Tim Geithner had evidence of a financial crime of epic proportion — so he wrote a memo.
That’s about the only way you can sum up the then-New York Fed boss’ actions several years ago, when he was confronted with fairly compelling evidence that banks under his direct supervision were manipulating Libor — a key benchmark of global finance.
The Libor scandal has become pretty big news, with Barclays ousting its CEO and agreeing to pay a large fine even as it cooperates with civil and criminal law-enforcement authorities now investigating other big banks.
What, me worry? Geithner only wrote a memo.
But it doesn’t end there: There’s also evidence that top regulators, including Geithner, now Treasury secretary, knew about and largely ignored the mess.
On Friday, the New York Fed released documents that supposedly exonerate Geithner. Selective leaks to friendly news outlets ensured kind first-day coverage, with one headline reading “Geithner tried to curb bank’s rate rigging in 2008.”
But that’s a bizarrely generous read of Geithner’s action (or inaction) on learning that Barclays actually admitted to one of his investigators that it had submitted false data for the computation of Libor, and that other banks were doing the same.
As I wrote last week, the New York Fed has long enjoyed a cozy relationship with the banks under its regulatory umbrella — ignoring even the stuff that brought down the financial system in 2008.
A close associate of former Clinton Treasury Secretary and top Citigroup exec Robert Rubin, Geithner has spent most of his professional life as a federal financial bureaucrat — a member of a community that keeps close ties with the heads of the major banks. Yet even by that standard, his behavior in the Libor scandal is incredible.
Libor, the London Interbank Offered Rate, is set by a UK banking trade group, which uses the big banks’ borrowing costs to compute a single benchmark rate that’s widely used on complex financial products as well as consumer loans.
In other words, rigging Libor is a pretty big deal. Yet Geithner treated it like a parking violation.
In 2007 and 2008, as the banking crisis began to heat up and big investors started demanding higher interest rates when lending to the banks, evidence began to build that banks were submitting falsely low borrowing costs to mask their financial distress.
Barclays was one such bank. Indeed, the New York Fed learned as early as December 2007 that Barclays may have been manipulating Libor — but Geithner’s crew waited until April 2008 to make its initial inquiry, documents show.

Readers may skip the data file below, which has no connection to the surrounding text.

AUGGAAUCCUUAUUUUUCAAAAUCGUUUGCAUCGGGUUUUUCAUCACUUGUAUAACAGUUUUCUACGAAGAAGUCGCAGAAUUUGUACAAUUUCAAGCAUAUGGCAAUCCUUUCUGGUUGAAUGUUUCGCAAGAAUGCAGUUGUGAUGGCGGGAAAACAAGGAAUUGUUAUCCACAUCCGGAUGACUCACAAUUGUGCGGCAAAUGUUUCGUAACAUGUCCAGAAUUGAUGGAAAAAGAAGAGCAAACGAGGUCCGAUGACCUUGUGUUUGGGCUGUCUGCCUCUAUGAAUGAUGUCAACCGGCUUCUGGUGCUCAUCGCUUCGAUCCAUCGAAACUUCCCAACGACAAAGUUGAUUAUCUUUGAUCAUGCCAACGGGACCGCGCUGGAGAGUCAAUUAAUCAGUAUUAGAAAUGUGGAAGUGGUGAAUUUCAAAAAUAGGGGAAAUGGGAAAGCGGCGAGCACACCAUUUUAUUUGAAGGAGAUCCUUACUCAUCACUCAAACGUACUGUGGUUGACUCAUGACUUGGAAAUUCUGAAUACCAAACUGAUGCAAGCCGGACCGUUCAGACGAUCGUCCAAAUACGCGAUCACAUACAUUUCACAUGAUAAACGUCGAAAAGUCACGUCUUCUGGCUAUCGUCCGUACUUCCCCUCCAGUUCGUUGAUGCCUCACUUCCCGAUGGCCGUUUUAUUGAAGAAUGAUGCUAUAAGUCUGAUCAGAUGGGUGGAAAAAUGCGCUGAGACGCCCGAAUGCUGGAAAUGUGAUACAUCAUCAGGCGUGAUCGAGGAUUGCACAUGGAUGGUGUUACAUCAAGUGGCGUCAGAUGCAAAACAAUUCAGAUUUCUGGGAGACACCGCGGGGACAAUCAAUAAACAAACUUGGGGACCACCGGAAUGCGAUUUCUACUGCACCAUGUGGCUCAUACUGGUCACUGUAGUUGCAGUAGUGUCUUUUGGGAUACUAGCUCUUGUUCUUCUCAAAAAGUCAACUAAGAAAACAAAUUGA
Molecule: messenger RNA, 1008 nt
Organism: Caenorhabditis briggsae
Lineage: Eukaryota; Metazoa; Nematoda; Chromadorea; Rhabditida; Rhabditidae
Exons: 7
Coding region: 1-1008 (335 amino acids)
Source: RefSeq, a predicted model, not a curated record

That’s when a New York Fed official contacted a trading executive at Barclays — who admitted the dirty deed with very little pressure: “We know that we’re not posting, um, an honest Libor.”
The trader’s rationale: If the bank posted its real borrowing costs, then spiking in the runup to the banking crisis, “It draws, um, unwanted attention on ourselves.”
The trader indicated that other banks were submitting fake info, too. The New York Fed regulator conducting the interview didn’t seem particularly outraged, answering with a simple “OK.”
Maybe the Fed official didn’t want to show her cards, but you’d think that a competent regulator hearing a concession like would get the wheels of justice moving pretty quickly. But not at Tim Geithner’s New York Fed.
Geithner was brought in right after the call — and his response was more of the same. He sent a single e-mail to his counterpart at the Bank of England recommending a handful of ways to address Libor rigging, including how UK regulators “should eliminate incentive to misreport.”
So here you have it: In Geithner’s world, rate-rigging fraud is “misreporting.”
His UK counterpart, Bank of England Governor Mervyn King, didn’t do much better. He e-mailed Geithner that he’d ask the trade group “to include in their consultation document the ideas contained in your note.”
Other than a few followup calls from his staff to traders, that’s about the end of Geithner’s real interest in the matter — until it came to light that the practices were much worse and more pervasive than even the Barclays trader had suggested, and that other big banks directly under the New York Fed’s jurisdiction were manipulating one of the world’s most important financial barometers.
Or, as Geithner put it, “misreporting.”
Charles Gasparino is a Fox Business Network senior correspondent.
New York Post